Thursday, March 13, 2008

New Poetry

My friend Ellen Cooney writes poems I like. Today I received in the mail a copy of her latest book, Mother of the Silkless: Invocations to Goddesses and Gods.

From the post office where I picked up the book, I went to my local Peet's for a cappuccino and a gander at the "Irish sporting green" in the SF Chronicle. Lo, I learned of the deaths of two whom I'd known in life. One was the very first architect I ever worked for -- in a previous life, I worked for architects -- Corwin Booth, 93. The other was an acquaintance from the local Irish and literary scene, Bob Callahan, former publisher of Callahan's Irish Quarterly and one of the founders of the Before Columbus Foundation. If I weren't going out of town this weekend on a long-planned trip, I'd go to his memorial this coming Sunday.

Later, at home, I opened Ellen's new book first to this poem:


You walk through the hospitals
gathering gathering
or You find us helter skelter
at the crossroads under cars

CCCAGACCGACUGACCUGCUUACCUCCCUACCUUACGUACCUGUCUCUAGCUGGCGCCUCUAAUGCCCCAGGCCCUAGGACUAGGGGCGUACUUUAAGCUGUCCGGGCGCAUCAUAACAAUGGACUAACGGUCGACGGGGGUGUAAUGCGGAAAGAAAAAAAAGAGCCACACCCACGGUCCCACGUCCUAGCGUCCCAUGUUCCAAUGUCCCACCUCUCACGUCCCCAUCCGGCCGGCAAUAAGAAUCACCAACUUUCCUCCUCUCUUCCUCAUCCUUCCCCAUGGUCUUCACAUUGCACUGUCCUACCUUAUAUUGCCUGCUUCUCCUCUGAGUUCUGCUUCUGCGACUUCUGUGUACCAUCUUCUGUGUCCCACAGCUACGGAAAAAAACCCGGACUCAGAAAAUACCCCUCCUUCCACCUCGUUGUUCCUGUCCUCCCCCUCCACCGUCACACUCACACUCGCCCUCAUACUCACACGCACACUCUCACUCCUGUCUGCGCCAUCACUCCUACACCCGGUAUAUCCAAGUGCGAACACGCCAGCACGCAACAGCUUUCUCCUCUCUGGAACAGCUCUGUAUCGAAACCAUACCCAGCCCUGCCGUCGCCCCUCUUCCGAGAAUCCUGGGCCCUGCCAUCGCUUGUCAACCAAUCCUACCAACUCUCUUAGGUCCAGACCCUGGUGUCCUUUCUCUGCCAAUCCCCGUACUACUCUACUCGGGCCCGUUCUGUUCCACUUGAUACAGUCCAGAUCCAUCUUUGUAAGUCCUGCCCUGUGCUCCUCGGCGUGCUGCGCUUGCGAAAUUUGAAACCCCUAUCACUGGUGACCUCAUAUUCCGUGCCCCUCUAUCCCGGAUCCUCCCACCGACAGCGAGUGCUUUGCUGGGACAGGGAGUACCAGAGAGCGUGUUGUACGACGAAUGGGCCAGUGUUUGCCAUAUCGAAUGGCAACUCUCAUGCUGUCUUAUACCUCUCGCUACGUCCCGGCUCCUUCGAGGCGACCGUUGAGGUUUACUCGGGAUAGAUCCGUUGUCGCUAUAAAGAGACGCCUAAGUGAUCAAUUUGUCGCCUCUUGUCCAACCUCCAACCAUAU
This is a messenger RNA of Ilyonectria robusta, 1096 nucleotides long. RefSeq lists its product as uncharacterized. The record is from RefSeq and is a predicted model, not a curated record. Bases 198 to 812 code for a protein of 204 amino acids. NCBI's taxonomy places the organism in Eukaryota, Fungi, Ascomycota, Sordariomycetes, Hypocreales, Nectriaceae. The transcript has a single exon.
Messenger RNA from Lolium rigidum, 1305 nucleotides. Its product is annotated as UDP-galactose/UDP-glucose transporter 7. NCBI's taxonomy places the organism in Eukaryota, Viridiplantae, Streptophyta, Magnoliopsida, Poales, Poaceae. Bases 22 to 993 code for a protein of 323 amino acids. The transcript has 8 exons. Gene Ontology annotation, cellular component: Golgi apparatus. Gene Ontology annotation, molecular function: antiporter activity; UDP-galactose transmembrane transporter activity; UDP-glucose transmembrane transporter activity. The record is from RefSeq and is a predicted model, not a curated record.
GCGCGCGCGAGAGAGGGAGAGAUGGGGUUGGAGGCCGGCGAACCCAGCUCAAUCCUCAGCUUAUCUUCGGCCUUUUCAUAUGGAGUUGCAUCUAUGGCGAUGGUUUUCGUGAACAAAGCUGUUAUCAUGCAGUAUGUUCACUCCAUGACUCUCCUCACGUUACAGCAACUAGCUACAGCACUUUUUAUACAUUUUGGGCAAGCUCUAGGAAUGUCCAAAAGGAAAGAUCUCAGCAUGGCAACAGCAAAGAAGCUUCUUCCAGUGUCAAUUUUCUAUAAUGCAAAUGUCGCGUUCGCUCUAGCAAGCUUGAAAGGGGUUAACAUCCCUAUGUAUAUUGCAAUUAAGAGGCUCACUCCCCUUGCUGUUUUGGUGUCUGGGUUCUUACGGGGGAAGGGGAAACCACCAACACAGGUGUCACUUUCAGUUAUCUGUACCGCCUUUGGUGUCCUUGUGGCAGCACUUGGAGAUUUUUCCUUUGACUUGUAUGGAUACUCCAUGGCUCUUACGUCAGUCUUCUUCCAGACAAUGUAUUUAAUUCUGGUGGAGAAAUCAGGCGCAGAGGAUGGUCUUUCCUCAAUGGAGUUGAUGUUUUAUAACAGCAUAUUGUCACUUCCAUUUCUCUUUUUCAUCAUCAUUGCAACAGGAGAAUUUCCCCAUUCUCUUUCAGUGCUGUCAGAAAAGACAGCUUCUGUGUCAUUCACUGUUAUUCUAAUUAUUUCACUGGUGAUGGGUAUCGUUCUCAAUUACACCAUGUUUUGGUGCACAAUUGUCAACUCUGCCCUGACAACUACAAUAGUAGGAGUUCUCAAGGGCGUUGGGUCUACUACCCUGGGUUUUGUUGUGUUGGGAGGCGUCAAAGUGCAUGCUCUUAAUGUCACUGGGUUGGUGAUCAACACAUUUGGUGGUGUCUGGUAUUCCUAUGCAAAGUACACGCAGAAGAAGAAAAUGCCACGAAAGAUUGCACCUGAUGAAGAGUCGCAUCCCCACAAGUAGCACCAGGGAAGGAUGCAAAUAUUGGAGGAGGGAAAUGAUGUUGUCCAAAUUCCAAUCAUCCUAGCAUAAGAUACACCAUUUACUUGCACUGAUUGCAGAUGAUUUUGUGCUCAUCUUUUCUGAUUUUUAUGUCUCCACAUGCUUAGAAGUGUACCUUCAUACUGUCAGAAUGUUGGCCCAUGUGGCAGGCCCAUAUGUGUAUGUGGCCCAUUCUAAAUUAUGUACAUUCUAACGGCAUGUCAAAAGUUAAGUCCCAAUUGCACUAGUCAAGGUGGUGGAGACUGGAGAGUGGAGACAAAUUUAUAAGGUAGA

in icy parks
off bridges after a cruel word
You are the last clean white sheets
tireless at our bedsides
You hold us and heal us
carrying us through
from age to youth again
half Your face human
the other half blank
You are the Death Eater
ceaselessly devouring
human pain

There is no evidence of this book on the Internet. Ellen, although she's wheelchair-bound, does not use a computer. I'm so enamored of electronic communication that I'm puzzled when someone whose social opportunities are more limited than mine chooses not to enter cyberspace. Social or not, Ellen has her Muse. Mother of the Silkless, like Ellen's other books, is beautifully designed by her brother Robert Cooney, and printed on fine paper. Mother of the Silkless, ISBN 978-0-9602912-4-3, $15 from Duir Press, 795 Eighth Avenue, #201, San Francisco, CA 94118.